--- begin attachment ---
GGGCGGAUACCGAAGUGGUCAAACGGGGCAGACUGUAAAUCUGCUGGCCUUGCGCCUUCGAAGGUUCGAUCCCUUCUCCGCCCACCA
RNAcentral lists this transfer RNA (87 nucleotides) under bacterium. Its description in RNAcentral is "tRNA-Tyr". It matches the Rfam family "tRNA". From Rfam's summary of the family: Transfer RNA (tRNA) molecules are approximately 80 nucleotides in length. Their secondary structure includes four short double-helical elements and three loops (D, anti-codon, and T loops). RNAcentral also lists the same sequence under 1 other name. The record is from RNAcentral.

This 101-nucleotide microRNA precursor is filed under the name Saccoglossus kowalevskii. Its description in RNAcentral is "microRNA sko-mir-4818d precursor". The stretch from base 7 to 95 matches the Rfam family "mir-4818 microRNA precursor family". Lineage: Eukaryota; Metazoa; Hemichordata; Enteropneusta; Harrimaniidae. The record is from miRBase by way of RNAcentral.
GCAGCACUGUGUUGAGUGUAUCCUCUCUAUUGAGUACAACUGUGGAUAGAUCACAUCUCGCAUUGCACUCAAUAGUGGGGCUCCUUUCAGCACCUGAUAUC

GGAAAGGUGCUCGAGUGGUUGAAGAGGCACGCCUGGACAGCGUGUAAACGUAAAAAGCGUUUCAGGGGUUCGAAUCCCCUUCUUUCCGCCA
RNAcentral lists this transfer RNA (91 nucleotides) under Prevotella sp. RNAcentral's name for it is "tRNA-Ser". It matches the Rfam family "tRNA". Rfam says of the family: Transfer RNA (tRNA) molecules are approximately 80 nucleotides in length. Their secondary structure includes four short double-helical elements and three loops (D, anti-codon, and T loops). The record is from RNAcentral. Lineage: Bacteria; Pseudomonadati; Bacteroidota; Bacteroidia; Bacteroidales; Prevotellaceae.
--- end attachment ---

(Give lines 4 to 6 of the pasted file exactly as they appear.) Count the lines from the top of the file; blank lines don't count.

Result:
GCAGCACUGUGUUGAGUGUAUCCUCUCUAUUGAGUACAACUGUGGAUAGAUCACAUCUCGCAUUGCACUCAAUAGUGGGGCUCCUUUCAGCACCUGAUAUC

GGAAAGGUGCUCGAGUGGUUGAAGAGGCACGCCUGGACAGCGUGUAAACGUAAAAAGCGUUUCAGGGGUUCGAAUCCCCUUCUUUCCGCCA
RNAcentral lists this transfer RNA (91 nucleotides) under Prevotella sp. RNAcentral's name for it is "tRNA-Ser". It matches the Rfam family "tRNA". Rfam says of the family: Transfer RNA (tRNA) molecules are approximately 80 nucleotides in length. Their secondary structure includes four short double-helical elements and three loops (D, anti-codon, and T loops). The record is from RNAcentral. Lineage: Bacteria; Pseudomonadati; Bacteroidota; Bacteroidia; Bacteroidales; Prevotellaceae.